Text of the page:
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avatar 4 Luke Landes

I agree that upgrades seem to provide the best value — if you take the airline’s first class fares (or cost to upgrade) at face value. If you wouldn’t have paid $4,500 for the full fare first class, then it’s not worth that. If your saying your standard fare was $500 and it would cost $4,000 to upgrade, then you could interpret the 60k points as being worth that amount, but if you wouldn’t pay that to upgrade, you’d have to ask yourself how much you would pay to upgrade… maybe another $500. Maybe $600. So then your points could be seen as being worth about the same as cash back… it’s just that the first class ticket is overpriced for what you receive.

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avatar 5 Anonymous

Flexo, in our case, I am extremely tall and the Mrs. has health issues so our options are typically to either limit flights to 4-5 hours in coach or fly longer in business or FC. In the case I gave above we would probably have paid the extra $2000 PP to upgrade to web fare FC and therefore the $600-cash value of the points was instead used for $4,000 worth of upgrades. I understand and agree that for other less tall or more healthy folks, the value would be less. In other cases, there are places we would like to visit that involve at least 16-18 hours on a plane and upgraded class airfare is +$10K or more per person. The only way we would go is using points to upgrade. So there is intangible value in those points beyond the debatable cash-equivalent value; i.e., that points upgrade open doors that otherwise would not be.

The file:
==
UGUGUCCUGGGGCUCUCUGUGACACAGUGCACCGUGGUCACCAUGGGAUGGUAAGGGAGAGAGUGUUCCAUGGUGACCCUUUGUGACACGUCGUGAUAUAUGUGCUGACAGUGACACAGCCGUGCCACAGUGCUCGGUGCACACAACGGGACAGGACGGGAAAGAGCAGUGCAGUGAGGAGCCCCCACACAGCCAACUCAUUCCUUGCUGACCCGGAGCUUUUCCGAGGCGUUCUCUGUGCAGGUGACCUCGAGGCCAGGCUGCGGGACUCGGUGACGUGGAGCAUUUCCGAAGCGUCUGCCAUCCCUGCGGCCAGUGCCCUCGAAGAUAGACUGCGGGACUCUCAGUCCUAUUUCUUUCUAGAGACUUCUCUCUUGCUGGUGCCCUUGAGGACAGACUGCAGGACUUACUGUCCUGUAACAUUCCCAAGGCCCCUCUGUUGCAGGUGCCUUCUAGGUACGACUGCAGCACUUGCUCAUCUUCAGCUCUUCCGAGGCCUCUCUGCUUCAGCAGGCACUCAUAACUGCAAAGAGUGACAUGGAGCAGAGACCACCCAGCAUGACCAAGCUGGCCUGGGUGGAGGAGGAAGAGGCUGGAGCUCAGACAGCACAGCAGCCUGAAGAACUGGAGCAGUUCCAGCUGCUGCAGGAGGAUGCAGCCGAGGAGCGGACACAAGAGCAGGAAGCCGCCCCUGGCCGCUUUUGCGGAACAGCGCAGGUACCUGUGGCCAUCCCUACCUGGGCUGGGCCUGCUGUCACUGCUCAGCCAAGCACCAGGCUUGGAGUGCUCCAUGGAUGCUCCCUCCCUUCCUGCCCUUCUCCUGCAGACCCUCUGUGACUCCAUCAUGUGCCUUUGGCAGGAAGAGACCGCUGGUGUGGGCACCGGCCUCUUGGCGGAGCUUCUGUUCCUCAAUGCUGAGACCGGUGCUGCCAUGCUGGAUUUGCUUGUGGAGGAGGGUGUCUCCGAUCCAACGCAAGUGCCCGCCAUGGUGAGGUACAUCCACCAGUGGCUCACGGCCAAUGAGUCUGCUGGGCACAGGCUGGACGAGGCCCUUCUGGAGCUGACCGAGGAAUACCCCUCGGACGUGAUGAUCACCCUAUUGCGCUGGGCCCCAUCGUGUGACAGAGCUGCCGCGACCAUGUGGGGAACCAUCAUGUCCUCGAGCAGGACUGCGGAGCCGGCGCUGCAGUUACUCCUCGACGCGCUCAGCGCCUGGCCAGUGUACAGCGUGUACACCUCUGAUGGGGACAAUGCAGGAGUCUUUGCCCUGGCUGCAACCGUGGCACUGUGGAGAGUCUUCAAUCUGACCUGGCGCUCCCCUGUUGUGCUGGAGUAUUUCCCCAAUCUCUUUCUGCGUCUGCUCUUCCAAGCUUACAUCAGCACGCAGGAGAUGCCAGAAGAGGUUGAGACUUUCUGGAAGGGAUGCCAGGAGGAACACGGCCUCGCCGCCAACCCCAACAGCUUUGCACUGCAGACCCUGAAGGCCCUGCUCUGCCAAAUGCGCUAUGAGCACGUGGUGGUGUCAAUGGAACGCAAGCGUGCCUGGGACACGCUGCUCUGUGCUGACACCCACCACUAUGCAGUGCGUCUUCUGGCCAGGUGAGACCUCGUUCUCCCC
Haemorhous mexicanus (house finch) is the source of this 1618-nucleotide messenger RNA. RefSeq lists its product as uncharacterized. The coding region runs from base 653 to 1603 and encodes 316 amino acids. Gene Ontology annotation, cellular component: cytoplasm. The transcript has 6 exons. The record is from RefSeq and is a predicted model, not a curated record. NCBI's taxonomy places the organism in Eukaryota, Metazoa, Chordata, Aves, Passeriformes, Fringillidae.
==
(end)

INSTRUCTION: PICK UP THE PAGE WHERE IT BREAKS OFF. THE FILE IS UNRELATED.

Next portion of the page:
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avatar 6 Anonymous

Thank’s for the links. Looked over the 25 bloggers, congrats for being there! ;-)

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avatar 7 Anonymous

Thanks for the mention!

That lake has a very nice color to it’s water, I hope it was as great as it looked!

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avatar 8 4hendricks

We lived off mostly one salary for 2 – 3 years – mine – we went through our savings, however – we could have done things much different and made a lot of cuts, but no one in the family but me thought it was necessary – things were going to get better. I think it is great that people are working together and on the same page.

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avatar 9 4hendricks

I have had an HSA for about 5 years – we have used it down to .35 cents, but have built it back up again. I actually fund this before funding retirement, because you don’t have to use it from year to year. It really came in handy when my husband had surgery 3 years ago. I charged the surgery, got the rewards points, and then paid the bill.